Border effects and the availability of domestic products abroad
AbstractTrade between countries could fall short of trade within a country because (1) the volume of international trade is less than the volume of domestic trade for a given product (the intensive margin); or (2) some goods that are sold domestically are simply not exported (the extensive margin). My theoretical model illustrates that either of these two factors could explain a given aggregate `border effect.' I examine the empirical relevance of this distinction by isolating the fraction of total domestic production attributable only to exporters, finding that around one-half of the border effect may be attributed to each explanation.
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Bibliographic InfoArticle provided by Canadian Economics Association in its journal Canadian Journal of Economics.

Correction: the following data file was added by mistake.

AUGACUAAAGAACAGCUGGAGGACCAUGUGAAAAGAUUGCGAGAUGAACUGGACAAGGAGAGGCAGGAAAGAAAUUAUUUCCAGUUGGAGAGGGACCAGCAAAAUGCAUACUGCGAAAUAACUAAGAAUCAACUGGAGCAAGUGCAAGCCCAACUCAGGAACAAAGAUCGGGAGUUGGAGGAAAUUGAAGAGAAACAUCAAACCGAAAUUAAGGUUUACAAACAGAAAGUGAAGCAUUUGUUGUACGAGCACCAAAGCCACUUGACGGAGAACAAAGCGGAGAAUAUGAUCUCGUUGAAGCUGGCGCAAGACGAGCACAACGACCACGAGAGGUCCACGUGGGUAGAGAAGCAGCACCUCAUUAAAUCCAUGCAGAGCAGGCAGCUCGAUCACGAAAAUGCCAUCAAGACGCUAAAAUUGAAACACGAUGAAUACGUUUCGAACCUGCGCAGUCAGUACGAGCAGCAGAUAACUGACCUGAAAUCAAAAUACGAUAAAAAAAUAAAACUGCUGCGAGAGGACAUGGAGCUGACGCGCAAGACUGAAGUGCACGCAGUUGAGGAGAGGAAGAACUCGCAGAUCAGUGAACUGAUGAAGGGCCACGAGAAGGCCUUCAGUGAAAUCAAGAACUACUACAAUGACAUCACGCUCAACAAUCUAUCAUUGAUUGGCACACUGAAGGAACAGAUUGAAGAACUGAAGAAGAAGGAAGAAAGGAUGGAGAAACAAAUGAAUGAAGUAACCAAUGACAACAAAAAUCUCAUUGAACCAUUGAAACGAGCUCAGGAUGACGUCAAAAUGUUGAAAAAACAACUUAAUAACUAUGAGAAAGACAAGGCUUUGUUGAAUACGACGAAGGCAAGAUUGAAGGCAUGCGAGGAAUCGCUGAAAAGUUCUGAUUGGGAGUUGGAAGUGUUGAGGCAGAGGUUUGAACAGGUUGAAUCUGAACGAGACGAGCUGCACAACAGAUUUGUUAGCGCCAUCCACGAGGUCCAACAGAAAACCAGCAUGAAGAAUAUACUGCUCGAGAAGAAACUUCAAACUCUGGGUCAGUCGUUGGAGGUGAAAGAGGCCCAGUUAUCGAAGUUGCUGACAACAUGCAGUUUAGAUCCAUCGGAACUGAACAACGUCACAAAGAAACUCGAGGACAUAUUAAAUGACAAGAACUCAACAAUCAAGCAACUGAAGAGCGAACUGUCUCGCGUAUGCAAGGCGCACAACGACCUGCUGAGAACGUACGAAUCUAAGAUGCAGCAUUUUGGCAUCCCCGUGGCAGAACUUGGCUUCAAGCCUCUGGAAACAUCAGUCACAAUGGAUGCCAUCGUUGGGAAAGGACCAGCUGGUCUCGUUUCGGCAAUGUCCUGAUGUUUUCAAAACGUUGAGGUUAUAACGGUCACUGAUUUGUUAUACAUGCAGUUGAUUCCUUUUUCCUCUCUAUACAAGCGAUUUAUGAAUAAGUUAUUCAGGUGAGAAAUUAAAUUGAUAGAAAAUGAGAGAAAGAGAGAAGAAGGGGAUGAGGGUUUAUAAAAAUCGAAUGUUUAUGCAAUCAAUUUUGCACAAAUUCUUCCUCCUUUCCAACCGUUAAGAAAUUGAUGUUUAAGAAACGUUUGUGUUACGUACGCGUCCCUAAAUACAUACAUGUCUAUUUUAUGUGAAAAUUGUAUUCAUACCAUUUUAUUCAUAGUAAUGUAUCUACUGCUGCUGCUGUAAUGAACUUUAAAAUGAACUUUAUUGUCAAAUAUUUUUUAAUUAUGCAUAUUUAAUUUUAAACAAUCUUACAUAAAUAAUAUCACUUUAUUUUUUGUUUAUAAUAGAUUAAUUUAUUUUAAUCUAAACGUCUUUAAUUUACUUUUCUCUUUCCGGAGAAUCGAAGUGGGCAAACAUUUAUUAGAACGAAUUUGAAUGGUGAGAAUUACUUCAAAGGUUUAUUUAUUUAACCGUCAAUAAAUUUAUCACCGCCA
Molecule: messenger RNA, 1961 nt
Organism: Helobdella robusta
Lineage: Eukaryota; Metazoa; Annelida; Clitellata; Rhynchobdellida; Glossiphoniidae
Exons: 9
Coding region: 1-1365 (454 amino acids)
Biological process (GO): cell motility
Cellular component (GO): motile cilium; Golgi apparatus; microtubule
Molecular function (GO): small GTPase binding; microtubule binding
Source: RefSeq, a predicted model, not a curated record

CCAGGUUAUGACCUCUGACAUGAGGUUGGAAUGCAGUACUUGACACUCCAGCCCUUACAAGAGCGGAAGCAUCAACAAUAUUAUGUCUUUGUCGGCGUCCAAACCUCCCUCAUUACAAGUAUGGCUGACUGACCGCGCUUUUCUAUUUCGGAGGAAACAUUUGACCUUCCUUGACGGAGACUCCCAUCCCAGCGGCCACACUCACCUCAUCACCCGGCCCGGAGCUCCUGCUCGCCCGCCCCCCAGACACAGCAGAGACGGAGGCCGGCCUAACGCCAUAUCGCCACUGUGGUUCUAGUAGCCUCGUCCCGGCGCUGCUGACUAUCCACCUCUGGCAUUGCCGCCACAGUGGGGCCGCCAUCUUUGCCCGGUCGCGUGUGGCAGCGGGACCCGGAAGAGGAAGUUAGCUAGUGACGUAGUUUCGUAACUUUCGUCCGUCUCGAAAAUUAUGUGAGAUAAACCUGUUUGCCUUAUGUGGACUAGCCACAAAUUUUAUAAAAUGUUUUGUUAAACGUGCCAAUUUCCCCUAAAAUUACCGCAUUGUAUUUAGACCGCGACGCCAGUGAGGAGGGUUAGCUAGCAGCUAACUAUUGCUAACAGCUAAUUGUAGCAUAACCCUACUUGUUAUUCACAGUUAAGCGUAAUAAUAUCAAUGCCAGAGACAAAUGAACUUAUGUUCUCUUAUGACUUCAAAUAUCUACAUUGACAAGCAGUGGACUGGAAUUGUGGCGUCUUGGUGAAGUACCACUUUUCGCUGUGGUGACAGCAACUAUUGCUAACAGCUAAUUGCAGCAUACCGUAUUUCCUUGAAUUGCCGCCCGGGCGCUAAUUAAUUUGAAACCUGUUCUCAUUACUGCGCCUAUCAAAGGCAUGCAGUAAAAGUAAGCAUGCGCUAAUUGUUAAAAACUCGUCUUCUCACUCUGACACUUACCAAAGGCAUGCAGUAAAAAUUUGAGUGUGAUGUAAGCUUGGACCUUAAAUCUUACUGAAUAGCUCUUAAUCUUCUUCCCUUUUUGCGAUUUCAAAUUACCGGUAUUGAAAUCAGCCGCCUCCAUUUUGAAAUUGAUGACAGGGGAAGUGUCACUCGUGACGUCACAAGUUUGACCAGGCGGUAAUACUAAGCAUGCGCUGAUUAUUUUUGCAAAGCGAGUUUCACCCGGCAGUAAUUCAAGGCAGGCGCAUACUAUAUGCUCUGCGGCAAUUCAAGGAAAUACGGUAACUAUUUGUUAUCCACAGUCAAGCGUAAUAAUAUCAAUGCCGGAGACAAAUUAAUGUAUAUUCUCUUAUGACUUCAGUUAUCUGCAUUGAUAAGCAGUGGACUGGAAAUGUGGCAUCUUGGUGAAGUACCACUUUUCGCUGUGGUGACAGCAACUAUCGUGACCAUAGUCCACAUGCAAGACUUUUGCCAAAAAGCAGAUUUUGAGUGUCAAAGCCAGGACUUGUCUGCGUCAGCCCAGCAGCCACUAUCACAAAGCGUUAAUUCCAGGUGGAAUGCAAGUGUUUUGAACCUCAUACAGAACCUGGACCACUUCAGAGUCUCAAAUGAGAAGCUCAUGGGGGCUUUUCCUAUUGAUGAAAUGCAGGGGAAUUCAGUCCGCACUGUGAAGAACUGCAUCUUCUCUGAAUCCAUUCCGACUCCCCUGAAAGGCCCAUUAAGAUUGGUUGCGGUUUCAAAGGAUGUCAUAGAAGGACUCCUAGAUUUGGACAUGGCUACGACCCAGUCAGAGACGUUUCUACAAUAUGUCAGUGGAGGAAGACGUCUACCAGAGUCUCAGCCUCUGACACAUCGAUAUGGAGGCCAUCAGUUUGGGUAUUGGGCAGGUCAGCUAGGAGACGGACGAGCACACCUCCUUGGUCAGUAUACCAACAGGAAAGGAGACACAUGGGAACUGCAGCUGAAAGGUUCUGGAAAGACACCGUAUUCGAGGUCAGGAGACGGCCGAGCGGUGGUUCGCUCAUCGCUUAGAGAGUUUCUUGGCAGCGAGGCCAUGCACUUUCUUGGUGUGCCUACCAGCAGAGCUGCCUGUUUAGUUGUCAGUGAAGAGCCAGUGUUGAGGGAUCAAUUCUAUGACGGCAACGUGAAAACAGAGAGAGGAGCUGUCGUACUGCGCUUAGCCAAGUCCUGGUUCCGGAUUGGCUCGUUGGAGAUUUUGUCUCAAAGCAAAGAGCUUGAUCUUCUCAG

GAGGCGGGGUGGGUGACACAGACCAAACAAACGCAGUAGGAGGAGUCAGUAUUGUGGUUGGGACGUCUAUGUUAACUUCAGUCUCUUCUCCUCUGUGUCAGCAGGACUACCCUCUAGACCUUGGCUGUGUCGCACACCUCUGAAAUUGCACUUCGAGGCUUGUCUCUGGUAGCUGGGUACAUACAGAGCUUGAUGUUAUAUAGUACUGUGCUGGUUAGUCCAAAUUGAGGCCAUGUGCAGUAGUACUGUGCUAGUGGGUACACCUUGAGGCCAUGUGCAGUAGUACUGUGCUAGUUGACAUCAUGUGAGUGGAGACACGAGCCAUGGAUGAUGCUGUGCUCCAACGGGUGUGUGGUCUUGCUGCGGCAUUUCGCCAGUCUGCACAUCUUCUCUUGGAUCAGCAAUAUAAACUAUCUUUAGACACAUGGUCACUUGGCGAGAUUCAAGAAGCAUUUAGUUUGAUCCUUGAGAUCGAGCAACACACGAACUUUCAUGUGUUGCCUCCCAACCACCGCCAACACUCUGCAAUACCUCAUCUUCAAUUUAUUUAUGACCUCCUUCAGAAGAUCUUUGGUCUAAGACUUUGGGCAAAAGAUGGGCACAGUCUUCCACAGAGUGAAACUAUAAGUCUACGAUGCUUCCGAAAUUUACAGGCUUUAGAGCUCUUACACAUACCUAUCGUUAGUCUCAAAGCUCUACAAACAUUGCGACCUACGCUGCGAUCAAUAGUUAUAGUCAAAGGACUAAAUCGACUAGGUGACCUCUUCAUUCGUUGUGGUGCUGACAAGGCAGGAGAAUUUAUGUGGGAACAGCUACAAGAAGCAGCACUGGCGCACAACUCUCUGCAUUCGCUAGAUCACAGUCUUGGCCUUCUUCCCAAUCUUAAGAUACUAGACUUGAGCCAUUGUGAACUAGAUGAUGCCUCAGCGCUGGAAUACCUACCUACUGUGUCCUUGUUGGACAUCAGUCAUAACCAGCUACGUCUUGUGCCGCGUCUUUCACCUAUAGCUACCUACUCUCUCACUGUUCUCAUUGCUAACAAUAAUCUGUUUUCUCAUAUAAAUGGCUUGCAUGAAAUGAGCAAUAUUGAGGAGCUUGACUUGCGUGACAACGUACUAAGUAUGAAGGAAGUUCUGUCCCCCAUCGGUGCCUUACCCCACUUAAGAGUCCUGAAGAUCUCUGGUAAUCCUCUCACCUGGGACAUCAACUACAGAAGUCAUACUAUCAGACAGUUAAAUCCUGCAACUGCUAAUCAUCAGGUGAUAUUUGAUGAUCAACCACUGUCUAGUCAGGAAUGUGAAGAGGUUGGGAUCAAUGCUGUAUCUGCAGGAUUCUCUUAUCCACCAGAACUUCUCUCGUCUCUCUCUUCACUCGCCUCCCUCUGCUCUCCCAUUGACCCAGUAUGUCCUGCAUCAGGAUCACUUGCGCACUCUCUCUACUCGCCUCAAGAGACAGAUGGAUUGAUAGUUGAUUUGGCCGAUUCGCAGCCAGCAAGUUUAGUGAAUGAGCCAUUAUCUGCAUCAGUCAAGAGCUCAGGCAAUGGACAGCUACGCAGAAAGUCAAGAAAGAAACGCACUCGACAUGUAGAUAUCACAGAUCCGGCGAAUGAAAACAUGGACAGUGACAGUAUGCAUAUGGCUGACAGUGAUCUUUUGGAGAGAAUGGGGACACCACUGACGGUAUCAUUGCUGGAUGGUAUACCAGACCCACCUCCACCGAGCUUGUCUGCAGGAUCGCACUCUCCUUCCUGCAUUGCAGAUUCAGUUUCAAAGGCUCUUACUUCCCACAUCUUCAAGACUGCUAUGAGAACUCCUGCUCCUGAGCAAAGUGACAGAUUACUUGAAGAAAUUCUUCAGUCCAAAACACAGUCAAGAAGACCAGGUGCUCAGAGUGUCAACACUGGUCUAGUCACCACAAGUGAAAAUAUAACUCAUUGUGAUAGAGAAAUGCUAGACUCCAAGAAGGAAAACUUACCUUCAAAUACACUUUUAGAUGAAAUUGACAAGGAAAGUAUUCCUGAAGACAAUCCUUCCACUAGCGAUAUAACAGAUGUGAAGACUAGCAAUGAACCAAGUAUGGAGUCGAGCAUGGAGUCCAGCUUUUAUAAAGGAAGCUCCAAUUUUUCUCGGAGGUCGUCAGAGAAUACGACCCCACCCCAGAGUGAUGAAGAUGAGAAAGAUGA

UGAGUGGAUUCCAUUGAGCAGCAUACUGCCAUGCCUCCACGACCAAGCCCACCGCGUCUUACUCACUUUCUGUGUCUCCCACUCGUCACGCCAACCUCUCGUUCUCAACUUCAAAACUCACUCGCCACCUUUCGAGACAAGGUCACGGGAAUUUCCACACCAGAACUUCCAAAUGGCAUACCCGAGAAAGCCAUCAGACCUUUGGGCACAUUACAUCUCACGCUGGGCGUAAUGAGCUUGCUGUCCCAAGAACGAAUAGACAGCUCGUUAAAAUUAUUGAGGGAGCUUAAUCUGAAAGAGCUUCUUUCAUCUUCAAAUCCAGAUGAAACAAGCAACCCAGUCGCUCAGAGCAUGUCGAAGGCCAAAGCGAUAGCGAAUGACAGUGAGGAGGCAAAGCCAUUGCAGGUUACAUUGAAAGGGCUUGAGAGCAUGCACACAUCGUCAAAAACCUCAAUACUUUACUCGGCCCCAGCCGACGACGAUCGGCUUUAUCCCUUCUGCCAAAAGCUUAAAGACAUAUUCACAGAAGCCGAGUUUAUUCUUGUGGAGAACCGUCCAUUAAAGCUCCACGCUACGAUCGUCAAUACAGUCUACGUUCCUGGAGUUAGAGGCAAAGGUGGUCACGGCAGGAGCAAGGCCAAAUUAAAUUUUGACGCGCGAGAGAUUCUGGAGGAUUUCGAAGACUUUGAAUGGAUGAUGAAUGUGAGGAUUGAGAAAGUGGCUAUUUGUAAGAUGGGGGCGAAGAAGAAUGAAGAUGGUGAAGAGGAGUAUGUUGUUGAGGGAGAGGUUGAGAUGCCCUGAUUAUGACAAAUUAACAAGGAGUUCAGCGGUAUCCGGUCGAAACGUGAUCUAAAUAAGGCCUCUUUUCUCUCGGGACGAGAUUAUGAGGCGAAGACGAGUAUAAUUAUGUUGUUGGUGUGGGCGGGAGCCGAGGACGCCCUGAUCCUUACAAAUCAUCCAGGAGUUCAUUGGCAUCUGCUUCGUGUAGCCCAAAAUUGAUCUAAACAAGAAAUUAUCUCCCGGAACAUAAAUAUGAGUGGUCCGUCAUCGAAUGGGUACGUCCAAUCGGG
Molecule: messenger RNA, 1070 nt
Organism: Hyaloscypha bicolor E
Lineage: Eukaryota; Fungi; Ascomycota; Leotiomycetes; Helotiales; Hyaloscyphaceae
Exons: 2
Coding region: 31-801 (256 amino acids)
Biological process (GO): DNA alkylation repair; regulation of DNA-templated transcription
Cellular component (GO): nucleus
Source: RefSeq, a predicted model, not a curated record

Volume (Year): 39 (2006)
Issue (Month): 1 (February)
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Postal: Canadian Economics Association Prof. Steven Ambler, Secretary-Treasurer c/o Olivier Lebert, CEA/CJE/CPP Office C.P. 35006, 1221 Fleury Est Montréal, Québec, Canada H2C 3K4
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Other versions of this item:
- Carolyn L. Evans, 2001. "Border effects and the availability of domestic products abroad," Staff Reports 127, Federal Reserve Bank of New York.
- F1 - International Economics - - Trade
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